Wind power’s hidden costs

Not such a great deal for Ontario
Not such a great deal for Ontario

This letter was written in response to a letter to the Ottawa Citizen by Robert Hornung, president of the corporate wind power industry’s lobby group, the Canadian Wind Energy Association (CanWEA). Mr. Hornung had asserted that wind power was among the lowest cost options for power generation.

We disagree.

Ottawa Citizen, May 31, 2014

Wind power comes with hidden costs

Wind power comes with hidden but significant costs: backup power is needed because wind is an intermittent source of supply, produced often when it is not needed, and inflexible to changes in demand. Ontario generation capacity now exceeds demand but because the Green Energy Act requires that renewable energy sources get first access to the provincial grid, we are forced to take wind power over lower-cost conventional supplies.

Readers may also be unaware of the cost of curtailing operations at existing plants, or of losses on export sales. In 2013, this was about $1 billion. Since Ontario started paying wind power corporations to not produce power in September 2013, ratepayers have picked up the cost of $16 million—money, literally, for nothing. The top non-producers are Enbridge, TransAlta, Brookfield and GDF-Suez.

The auditor-general stated in 2011 that no cost-benefit analysis was ever done for renewable sources of power; if it had been, no one would be talking about what a great deal wind power has been for Ontario.

Jane Wilson

president, Wind Concerns Ontario, Ottawa

Constraining wind power in Ontario

Making your head spin or, how Ontario’s energy sector is regulated

Enbridge Gas Distribution recently received the blessing of the Ontario Energy Board (OEB) for a 40% hike in what they charge Ontario’s consumers for distributing natural gas, claiming, because of the high demand during a cold winter they were forced to purchase it at a high market price.  The OEB granted the approval despite many objections by various interested parties who pointed out that Union Gas had requested a smaller increase.

This note was in the OEB’s approval:  “This means that Enbridge plans for lower storage deliverability requirements and transportation capacity” requiring gas purchases at higher spot prices on the open market.  One wonders why Enbridge is not required to maintain a larger storage capacity, which would have allowed them more prudence in purchasing the supply of gas, but that is presumably a question for the OEB to ask!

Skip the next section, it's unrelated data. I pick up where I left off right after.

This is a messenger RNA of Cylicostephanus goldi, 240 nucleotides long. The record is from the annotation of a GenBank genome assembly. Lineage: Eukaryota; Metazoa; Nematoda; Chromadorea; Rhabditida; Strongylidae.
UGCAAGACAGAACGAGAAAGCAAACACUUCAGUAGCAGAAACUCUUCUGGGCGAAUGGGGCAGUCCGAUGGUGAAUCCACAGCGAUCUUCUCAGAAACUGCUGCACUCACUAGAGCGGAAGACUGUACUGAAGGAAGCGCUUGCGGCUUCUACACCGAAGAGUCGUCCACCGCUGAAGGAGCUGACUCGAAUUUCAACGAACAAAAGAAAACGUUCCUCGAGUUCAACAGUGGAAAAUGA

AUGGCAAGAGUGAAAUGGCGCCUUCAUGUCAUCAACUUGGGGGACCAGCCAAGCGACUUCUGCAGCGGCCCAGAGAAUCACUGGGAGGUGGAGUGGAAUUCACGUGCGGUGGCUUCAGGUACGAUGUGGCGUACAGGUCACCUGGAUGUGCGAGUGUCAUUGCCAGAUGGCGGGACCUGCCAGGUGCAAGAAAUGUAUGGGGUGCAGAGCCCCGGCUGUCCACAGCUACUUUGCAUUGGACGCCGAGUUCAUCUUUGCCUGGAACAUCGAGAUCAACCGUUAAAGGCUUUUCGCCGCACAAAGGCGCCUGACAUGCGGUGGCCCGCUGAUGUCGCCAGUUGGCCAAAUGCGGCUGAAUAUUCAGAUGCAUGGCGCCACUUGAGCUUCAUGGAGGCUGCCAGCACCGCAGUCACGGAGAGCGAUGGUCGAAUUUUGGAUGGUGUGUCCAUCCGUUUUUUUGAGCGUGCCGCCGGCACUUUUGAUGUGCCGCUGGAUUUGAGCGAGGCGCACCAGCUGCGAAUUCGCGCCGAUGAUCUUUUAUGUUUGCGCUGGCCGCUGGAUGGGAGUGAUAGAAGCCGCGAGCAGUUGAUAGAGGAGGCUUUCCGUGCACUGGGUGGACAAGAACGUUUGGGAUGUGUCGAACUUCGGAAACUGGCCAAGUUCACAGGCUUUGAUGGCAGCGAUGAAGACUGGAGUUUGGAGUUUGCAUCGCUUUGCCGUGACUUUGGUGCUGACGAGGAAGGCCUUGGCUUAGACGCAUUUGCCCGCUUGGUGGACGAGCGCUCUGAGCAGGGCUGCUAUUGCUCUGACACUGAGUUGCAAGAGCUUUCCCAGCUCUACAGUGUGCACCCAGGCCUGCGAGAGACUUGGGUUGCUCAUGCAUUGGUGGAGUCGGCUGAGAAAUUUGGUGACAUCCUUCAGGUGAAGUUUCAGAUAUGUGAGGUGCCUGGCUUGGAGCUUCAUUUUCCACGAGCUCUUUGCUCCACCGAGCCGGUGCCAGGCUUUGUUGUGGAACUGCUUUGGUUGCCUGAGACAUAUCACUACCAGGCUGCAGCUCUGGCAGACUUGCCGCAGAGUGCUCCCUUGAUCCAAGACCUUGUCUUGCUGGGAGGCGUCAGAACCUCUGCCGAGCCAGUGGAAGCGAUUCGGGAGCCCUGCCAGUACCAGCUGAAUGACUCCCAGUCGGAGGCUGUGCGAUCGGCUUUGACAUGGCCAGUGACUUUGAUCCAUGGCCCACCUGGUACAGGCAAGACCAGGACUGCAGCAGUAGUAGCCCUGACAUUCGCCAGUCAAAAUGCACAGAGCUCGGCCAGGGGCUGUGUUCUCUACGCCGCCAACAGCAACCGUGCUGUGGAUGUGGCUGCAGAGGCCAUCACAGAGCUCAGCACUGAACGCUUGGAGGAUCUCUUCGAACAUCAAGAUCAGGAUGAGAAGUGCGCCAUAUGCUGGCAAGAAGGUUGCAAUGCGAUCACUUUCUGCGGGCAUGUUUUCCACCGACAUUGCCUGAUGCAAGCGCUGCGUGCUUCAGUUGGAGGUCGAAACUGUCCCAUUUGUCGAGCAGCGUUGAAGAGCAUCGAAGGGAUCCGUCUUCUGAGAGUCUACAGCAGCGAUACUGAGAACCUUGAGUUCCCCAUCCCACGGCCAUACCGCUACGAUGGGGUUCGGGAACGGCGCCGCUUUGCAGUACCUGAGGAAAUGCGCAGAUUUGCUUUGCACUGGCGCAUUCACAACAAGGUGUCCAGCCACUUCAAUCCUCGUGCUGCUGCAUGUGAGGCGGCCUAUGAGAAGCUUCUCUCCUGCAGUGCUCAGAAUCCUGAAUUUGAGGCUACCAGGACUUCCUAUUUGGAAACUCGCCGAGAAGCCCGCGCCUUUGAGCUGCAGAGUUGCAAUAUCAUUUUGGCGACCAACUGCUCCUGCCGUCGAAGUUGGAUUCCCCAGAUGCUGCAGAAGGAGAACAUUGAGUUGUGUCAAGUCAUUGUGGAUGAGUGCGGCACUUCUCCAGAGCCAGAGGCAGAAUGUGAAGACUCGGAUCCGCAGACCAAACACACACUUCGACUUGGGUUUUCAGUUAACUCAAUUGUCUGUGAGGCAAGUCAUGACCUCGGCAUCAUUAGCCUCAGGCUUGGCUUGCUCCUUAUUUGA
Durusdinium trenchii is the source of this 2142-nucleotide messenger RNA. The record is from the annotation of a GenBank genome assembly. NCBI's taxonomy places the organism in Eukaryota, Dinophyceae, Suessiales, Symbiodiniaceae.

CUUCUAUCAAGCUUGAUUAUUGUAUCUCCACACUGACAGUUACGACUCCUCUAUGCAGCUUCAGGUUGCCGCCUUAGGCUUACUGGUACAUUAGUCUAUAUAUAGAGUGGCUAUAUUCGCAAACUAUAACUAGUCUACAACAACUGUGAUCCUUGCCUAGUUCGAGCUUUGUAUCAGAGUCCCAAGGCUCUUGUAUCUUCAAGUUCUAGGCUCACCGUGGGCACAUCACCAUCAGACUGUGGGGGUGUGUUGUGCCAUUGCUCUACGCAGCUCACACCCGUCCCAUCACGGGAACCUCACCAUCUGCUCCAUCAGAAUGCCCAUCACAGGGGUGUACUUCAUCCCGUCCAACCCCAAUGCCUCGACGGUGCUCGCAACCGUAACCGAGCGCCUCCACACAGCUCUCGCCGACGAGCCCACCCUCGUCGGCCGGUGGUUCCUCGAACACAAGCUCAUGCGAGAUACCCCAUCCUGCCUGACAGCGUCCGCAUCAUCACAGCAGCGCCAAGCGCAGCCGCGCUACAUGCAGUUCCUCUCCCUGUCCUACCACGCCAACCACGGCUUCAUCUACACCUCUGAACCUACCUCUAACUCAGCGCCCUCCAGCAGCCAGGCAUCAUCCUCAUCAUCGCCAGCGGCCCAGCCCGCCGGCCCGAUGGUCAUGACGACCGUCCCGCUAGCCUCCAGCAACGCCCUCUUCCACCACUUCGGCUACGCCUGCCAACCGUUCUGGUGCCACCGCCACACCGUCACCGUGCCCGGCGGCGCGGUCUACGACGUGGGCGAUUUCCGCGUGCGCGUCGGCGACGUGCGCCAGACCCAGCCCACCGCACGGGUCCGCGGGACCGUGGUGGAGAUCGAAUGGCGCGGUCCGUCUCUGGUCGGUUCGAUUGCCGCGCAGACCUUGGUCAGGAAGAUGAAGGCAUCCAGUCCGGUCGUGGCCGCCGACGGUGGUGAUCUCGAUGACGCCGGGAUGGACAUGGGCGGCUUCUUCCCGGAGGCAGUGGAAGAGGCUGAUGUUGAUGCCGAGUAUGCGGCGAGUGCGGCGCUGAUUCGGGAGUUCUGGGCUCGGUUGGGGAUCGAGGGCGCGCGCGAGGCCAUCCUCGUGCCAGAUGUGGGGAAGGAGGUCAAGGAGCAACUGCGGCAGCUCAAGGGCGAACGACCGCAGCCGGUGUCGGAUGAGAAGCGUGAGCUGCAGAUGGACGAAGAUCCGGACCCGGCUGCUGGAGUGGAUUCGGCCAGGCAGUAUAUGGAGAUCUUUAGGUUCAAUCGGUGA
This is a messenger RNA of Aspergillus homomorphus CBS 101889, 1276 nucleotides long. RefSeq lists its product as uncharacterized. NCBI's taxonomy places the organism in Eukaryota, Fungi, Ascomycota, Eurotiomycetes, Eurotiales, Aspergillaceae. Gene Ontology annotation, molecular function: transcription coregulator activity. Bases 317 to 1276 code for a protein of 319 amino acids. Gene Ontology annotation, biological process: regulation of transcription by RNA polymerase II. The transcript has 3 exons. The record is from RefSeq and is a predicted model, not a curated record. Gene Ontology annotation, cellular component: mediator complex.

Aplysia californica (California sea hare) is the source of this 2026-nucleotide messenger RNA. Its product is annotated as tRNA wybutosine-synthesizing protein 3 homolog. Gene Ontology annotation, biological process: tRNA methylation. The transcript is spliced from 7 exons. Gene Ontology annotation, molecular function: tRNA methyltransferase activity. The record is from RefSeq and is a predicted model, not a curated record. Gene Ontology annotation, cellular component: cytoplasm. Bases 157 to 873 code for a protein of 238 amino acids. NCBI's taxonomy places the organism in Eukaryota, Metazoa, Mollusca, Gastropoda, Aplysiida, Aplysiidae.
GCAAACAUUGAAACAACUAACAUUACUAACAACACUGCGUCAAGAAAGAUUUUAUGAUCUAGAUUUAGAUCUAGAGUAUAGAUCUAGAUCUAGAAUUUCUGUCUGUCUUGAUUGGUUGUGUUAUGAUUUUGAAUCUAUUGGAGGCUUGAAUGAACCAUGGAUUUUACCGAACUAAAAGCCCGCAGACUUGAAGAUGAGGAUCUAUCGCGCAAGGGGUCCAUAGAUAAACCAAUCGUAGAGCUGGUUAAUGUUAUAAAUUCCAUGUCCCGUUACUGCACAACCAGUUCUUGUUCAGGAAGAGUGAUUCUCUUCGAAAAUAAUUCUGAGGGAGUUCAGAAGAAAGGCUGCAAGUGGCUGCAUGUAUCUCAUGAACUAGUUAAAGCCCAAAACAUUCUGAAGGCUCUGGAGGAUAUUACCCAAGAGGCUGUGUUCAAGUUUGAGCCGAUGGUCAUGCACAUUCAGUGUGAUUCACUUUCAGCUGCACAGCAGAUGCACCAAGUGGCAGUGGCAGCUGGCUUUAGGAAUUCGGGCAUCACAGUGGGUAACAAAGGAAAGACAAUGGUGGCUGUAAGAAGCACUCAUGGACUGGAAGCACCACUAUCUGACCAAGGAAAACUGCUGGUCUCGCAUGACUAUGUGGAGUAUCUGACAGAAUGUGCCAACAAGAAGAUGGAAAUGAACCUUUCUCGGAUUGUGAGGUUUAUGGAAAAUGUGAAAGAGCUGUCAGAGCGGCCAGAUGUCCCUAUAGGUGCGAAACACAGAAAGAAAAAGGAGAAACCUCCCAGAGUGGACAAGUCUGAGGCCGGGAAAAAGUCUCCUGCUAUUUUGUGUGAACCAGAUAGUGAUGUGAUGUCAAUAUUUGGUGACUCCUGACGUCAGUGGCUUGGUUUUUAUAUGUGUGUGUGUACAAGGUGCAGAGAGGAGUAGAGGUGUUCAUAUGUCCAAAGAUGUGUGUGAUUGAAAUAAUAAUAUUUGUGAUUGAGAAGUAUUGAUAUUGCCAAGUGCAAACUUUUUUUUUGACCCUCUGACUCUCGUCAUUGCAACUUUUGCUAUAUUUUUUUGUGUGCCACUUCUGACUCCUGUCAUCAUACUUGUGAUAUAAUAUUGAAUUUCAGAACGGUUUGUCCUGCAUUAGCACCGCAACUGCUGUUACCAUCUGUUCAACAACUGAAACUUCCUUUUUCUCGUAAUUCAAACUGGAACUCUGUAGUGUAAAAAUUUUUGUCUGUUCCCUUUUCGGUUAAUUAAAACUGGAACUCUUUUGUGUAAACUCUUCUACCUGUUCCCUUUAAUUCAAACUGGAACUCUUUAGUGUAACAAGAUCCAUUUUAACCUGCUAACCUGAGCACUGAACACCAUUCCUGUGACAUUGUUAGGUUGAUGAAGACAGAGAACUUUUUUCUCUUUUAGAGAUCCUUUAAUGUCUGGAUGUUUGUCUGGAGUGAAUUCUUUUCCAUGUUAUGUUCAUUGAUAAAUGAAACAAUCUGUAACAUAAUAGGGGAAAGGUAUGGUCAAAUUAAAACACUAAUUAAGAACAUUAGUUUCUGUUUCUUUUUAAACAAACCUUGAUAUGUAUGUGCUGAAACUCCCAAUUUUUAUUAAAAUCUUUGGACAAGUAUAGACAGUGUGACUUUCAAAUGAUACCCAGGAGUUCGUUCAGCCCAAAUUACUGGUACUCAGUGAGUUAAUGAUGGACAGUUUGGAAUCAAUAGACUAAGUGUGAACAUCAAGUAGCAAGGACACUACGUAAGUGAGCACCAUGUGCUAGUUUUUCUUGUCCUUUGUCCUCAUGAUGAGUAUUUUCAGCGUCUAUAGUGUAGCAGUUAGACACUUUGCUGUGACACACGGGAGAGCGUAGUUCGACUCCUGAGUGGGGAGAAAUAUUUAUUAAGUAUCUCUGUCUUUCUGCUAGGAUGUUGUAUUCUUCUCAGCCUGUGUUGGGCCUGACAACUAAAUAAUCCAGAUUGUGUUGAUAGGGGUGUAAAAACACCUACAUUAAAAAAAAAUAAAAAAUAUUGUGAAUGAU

While the OEB was weighing their decision, another arm of Enbridge was constraining their production of wind-generated electricity.  That was to allow the Independent Electricity System Operator (IESO) to protect the grid and prevent blackouts or brownouts by requesting constraint.

Constraining wind power—and paying for it—started September 11, 2013. Since then Enbridge has been paid for not producing about 83,500 megawatt hours (MWh), which should have generated close to $9 million.

Enbridge was not alone: Brookfield didn’t produce over 29,000 MWh and IPC/GDF Suez (where the CEO is Mike Crawley) didn’t produce 12,800 MWh, and TransAlta didn’t produce 17,100 MWh.  In total about 161,000 MWh were constrained since IESO started paying wind developers—that means  ratepayers picked up the $16 million cost.  And that cost doesn’t include what ratepayers pay for remote meteorological stations to ensure wind developers don’t lie about what they may have produced.

Interestingly enough if one checks out Elections Ontario to determine what those wind developers contributed to the three major political parties in 2010, 2011 and 2012, you find that the NDP received nothing, the Ontario PC party received $1,080 from Enbridge and the Ontario Liberal Party or OLP received $8,000 from Enbridge, $14,840 from Brookfield and nothing from the rest.  The CEO of IPC did donate a total of $555 to the OLP.

The wind power lobby organization Canadian Wind Energy Association (CanWEA) contributed $16,620 to the OLP over the last three years and zero to the NDP or the Ontario PC party.  I wonder why?

This situation is a win-win for some of the parties involved, but a hit to the pocketbook of the average ratepayer.

©Parker Gallant,

May 22, 2014

The views expressed are those of the author and do not necessarily represent Wind Concerns Ontario policy.

 

 

 

What voters don’t know about Ontario electricity costs

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Here from Ottawa-based energy economist Robert Lyman, a summary of the “hidden” costs of generating electric power from renewable sources…what the government has done over the past five years.

THE HIDDEN COSTS OF ONTARIO RENEWABLE ELECTRICITY GENERATION

Ontario residents can be forgiven if they fail to understand the public debate during the current (2014) provincial election about the costs of different types of electricity generation and why these have caused electricity rates for consumers to rise so much over the past ten years. The complexity of the system makes it difficult to explain the costs associated with one source of supply, namely the renewable energy generation  (industrial wind turbines and solar power generators). In this note, I will nonetheless try to explain in layperson’s terms why these costs are significant.